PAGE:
13. The pool cleaning robot according to claim 13 when the pool cleaning robot is configured to be in the inverted position when collecting floating dirt that floats on a fluid of the pool.

14. The pool cleaning robot according to claim 3 comprising:

a skimmer that is positioned at an upper part of the submersible pool cleaner; and
at least one fluid conduit for selectively filling the at least one ballast tank with fluid; wherein the fluid conduit fluidly couples the skimmer to the at least one ballast tank.

15. The pool cleaning robot according to claim 14 wherein the ballast tank is configured to suck fluid through the fluid conduit when the pool cleaning robot is in a non-inverted position.

16. The pool cleaning robot according to claim 15 when the pool cleaning robot is configured to be in the non-inverted position when collecting floating dirt that floats on a fluid of the pool.

17. The pool cleaning robot according to claim 3 wherein the at least one cleaning element comprises one or more bottom brushes that are coupled to a bottom of a housing of the cleaning robot and one or mode side suction brushes that are coupled to sides of the housing.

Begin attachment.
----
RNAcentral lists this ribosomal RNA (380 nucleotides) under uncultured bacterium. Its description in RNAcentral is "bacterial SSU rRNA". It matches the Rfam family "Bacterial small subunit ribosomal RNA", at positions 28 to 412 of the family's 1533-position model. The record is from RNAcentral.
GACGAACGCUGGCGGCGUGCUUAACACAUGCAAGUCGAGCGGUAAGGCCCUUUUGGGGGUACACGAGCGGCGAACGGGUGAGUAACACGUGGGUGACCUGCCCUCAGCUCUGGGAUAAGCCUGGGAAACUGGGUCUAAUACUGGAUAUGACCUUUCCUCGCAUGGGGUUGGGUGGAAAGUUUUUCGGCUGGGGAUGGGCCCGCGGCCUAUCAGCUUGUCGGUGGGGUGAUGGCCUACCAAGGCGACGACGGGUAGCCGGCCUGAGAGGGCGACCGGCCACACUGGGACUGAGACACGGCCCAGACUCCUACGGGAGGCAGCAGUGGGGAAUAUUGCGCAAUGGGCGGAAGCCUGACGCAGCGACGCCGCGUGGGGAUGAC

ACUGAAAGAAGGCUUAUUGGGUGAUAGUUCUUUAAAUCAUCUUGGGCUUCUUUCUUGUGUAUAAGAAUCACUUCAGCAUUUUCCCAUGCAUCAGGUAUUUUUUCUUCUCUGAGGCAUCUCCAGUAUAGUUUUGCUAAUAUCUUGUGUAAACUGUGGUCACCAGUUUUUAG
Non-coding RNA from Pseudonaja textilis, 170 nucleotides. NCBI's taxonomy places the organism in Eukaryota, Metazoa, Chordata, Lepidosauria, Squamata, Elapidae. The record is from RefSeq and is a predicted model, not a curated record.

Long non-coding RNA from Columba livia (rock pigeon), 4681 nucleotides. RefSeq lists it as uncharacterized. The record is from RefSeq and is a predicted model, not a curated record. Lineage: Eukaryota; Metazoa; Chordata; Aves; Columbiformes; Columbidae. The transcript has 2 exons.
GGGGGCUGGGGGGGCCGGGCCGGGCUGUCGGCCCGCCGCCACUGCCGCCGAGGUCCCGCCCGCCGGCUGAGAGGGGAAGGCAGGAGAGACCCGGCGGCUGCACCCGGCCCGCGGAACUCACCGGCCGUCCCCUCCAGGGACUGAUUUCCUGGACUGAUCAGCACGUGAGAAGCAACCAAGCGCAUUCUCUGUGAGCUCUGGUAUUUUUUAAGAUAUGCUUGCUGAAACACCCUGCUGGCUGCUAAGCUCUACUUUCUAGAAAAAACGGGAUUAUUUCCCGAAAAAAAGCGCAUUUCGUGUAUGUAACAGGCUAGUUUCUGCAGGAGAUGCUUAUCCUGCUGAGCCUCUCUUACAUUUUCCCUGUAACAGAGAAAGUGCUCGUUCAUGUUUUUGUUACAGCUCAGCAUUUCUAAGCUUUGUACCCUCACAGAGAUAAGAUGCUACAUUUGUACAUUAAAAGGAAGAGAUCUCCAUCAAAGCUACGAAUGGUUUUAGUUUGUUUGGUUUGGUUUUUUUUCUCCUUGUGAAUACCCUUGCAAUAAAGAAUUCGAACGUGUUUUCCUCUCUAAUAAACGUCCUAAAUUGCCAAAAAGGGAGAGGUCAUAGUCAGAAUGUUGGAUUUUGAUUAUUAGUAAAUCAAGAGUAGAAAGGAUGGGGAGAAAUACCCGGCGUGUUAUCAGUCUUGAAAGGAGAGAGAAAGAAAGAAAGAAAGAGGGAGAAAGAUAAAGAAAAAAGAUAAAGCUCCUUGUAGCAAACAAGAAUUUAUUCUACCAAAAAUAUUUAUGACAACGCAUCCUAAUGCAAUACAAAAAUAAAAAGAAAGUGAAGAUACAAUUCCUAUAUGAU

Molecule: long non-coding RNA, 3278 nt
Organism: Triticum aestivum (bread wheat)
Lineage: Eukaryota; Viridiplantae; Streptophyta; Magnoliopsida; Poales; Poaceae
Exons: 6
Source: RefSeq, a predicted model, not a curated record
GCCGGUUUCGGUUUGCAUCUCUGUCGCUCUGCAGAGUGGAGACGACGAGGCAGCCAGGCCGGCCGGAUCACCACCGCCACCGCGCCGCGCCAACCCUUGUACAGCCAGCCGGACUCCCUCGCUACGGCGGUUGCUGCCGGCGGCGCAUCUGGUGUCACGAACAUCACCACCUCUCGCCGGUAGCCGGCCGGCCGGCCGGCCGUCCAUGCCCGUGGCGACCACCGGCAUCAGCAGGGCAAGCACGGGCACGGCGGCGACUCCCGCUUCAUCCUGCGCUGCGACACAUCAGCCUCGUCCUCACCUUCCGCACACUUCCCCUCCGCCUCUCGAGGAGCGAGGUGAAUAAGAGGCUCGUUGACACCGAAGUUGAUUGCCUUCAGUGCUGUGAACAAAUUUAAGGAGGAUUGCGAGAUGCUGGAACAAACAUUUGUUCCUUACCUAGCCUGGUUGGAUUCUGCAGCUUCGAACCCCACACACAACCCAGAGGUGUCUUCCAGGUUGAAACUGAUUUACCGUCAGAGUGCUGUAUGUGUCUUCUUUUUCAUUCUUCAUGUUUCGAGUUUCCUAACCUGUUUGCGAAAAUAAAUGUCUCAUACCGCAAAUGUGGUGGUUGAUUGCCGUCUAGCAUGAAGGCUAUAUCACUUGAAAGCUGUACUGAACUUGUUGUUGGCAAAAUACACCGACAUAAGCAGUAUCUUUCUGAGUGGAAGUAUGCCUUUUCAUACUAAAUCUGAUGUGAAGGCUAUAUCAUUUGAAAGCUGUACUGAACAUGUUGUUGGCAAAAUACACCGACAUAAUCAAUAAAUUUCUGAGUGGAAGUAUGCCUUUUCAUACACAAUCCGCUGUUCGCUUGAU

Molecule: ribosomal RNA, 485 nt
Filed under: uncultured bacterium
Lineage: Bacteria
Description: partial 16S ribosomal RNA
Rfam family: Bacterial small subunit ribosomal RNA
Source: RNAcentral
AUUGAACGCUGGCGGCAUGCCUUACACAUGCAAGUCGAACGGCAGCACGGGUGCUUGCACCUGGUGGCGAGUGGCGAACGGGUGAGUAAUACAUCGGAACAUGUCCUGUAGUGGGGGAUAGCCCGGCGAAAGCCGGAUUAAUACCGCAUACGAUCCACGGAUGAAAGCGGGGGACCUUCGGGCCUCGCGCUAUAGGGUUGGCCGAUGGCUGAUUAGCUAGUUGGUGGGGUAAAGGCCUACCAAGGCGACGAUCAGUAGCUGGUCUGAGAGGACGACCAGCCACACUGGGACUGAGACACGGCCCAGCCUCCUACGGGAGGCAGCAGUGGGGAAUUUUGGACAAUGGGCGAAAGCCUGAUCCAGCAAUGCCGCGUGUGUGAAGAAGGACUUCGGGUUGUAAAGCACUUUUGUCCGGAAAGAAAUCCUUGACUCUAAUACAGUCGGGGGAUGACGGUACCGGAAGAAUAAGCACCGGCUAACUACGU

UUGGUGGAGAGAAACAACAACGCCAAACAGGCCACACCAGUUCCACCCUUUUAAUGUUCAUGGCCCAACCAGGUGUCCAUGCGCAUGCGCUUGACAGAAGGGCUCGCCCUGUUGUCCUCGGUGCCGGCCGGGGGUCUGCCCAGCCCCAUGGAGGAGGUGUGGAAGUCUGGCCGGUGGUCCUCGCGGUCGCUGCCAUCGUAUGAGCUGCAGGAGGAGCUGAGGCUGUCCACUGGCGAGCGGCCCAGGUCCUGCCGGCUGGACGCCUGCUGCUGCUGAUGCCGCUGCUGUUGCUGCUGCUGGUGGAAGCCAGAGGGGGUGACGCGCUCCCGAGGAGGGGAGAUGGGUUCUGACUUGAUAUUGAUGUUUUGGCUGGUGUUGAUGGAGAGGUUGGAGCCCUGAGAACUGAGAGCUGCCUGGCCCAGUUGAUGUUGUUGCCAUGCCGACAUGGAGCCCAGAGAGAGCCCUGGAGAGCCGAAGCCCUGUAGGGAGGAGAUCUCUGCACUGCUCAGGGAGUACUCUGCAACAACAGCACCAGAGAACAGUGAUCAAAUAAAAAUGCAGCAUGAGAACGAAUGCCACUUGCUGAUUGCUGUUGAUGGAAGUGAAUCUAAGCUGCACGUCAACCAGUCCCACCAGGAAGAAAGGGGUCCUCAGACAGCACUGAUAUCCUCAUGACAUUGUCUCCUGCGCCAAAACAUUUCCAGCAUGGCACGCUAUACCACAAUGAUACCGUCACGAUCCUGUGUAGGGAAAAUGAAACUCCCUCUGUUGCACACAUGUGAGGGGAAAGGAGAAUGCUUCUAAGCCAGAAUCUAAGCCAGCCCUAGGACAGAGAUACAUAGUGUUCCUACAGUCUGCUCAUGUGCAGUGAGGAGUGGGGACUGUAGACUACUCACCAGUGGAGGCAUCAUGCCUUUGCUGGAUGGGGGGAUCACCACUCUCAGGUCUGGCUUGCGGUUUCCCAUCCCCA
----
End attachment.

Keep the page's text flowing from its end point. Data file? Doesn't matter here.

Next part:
18. The pool cleaning robot according to claim 3 wherein the at least one cleaning element comprises one or more bottom brushes that are coupled to a bottom of a housing and one or more balancing wheels that are spaced apart from the one or more bottom suction brushes.

19. The pool cleaning robot according to claim 3 wherein each of the at least one ballast tank comprises piston that is contained in a closed space; wherein the piston partitions the closed space to a first and second compartment; wherein the first compartment is filled with gas; wherein the second compartment is filled with fluid; wherein a movement of the piston within the closed space controls the buoyancy of the submersible pool cleaner.

20. The pool cleaning robot according to claim 3 comprising at least one sensor for sensing debris.

21. A method for operating a pool cleaning robot, the method comprises: executing a diving process of the pool cleaning robot, wherein the executing comprises inverting a housing of the pool cleaning robot, by an inverter, during a part of the diving process of the pool cleaning robot; wherein the method further comprises filtering fluid by a filtering mechanism of the pool cleaning robot; and propelling, by a propulsion module of the pool cleaning robot, the pool cleaning robot.

Patent History
Publication number: 20200277804
Type: Application
Filed: May 18, 2020
Publication Date: Sep 3, 2020
Applicant: Maytronics Ltd. (Kibutz Yizrael)
Inventors: Eyal Tryber (Shimsheet), Shay Witelson (Kibbutz Yizrael)
Application Number: 16/877,416
Classifications
International Classification: E04H 4/16 (20060101);